Brain Food: Teaching Kids Climate Change Through Biocrust

Feb 9, 2017

Kids love to play in the dirt. So Flagstaff ecologist Anita Antoninka is channeling that love into learning… using it as a way to teach kids about the effects of climate change on the earth’s biocrust. Today, she’s working with a seventh grade science class at Northland Preparatory Academy to see how a warming planet affects moss.

Credit Derek Shields/

“Why moss? They can go from dry and basically dead to photo synthetically active in about 30 seconds. So, they’re kind of fun just to look at. They can be a pioneer species, so after a forest fire, they come in really quickly and that can be important to hold the soil in place and to stop erosion,” says Antoninka.

The students gather around Antoninka as she sets up Petri dishes to grow moss. They’re testing survival hypotheses using different amounts of water, ice and snow. Here’s 13-year-old Cassidy Bonny:

Northern Arizona University School of Forestry ecologist Anita Antoninka guides students at Northland Preparatory Academy through climate change experiments using moss and different levels of moisture.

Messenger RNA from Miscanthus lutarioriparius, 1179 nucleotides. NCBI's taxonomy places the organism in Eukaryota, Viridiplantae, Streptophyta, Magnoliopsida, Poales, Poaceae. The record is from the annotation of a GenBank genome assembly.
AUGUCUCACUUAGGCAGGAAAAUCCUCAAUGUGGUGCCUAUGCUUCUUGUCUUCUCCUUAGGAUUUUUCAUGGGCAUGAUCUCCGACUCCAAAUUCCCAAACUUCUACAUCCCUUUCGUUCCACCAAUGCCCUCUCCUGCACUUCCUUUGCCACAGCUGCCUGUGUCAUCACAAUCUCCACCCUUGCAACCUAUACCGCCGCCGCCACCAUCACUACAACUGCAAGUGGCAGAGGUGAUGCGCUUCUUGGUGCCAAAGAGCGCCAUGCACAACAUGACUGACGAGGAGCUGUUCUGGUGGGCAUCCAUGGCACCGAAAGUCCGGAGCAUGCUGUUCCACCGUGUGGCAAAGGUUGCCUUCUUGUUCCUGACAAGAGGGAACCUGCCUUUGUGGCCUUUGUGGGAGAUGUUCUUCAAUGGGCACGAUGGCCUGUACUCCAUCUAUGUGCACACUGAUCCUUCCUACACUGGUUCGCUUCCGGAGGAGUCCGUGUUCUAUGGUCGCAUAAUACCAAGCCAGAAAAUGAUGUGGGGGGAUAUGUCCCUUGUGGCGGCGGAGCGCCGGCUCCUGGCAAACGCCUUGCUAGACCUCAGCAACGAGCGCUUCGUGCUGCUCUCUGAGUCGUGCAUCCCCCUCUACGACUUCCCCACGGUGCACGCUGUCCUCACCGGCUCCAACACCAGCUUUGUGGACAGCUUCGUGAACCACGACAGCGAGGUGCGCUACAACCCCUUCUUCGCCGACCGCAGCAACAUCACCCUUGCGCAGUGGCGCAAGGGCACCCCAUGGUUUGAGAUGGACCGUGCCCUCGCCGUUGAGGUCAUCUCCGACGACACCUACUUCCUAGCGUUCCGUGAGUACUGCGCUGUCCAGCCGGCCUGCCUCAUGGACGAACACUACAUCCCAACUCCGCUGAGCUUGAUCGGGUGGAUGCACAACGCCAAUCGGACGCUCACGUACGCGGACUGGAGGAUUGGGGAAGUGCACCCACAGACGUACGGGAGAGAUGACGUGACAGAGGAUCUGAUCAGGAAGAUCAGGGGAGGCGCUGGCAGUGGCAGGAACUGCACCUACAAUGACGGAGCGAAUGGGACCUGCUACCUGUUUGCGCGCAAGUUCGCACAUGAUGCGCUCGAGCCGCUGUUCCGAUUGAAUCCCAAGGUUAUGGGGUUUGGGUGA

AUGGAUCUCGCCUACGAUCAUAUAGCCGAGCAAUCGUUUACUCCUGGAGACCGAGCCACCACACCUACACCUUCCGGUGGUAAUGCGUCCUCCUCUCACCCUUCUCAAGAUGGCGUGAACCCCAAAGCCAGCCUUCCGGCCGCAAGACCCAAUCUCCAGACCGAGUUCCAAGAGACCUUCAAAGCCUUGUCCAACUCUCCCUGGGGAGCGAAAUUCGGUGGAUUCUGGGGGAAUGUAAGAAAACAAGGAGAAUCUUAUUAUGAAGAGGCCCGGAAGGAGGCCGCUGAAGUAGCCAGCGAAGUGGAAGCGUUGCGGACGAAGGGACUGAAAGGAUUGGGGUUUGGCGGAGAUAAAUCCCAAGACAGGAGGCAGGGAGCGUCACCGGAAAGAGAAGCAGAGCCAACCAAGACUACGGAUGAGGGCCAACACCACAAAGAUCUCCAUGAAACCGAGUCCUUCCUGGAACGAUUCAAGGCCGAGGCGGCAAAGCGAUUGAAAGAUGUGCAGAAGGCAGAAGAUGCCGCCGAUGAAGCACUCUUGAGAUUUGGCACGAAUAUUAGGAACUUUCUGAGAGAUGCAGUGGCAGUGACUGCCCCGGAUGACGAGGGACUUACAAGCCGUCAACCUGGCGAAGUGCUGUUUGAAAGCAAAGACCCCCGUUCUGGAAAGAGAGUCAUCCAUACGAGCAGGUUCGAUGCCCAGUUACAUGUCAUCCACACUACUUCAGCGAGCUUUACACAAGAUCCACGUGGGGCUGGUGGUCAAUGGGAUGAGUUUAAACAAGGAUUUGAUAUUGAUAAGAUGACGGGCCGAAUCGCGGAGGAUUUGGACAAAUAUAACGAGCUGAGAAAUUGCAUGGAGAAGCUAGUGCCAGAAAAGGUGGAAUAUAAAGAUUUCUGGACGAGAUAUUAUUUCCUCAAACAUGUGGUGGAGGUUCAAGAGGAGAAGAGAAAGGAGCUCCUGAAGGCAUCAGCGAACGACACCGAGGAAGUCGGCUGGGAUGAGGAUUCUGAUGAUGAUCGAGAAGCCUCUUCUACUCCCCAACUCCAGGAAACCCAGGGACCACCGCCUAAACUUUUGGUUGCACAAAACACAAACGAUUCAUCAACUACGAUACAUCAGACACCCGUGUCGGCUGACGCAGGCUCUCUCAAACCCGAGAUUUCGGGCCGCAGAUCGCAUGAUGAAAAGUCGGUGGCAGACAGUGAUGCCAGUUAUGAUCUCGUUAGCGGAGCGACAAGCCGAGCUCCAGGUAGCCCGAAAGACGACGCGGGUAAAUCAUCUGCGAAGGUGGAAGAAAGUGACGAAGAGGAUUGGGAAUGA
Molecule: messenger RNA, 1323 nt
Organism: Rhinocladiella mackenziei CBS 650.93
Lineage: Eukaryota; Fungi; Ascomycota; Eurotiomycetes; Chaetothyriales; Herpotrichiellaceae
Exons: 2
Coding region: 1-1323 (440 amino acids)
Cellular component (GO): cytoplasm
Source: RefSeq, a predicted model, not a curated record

Credit Bonnie Stevens

"The interesting thing is that some of the moss can grow on rocks. It can grow in the dirt, it can grow in, I think, the ocean. It’s just really cool where it can grow everywhere,” she says.

Her classmate Bryce Twidwell tests the idea of watering the moss only once a week, sort of a deluge.

“So we think if we’re adding all the water at once, then the moss is not going to have enough supplemental water to live through the week and it’s going to run out of water because it’s going to be photosynthesizing throughout the week,” he says. 

Northland Prep seventh grader Cassidy Bonny takes a close up look at moss coming to life after adding water.
Credit Bonnie Stevens

Their teacher, Susan Brown, says this hands-on lesson lets her students see the affect climate change.

"So, it’s making something that they’ve heard about, by making it real. Because a lot of the students have heard about it, but they don’t really understand the science behind it, and this gives them an opportunity to actually see what happens when we start manipulating those variables," Brown says.

Lab partners Maddie Brown and Bryce Tidwell measure moss for their climate change experiment. The Northland Preparatory Academy seventh graders are mimicking hotter, dryer conditions predicted for northern Arizona in the near future and studying impacts to plants in their local ecosystem.
Credit Bonnie Stevens

The students will continue to monitor the moss throughout the school year. They’re also going out in the field with scientists at Northern Arizona University to study high elevation biocrust.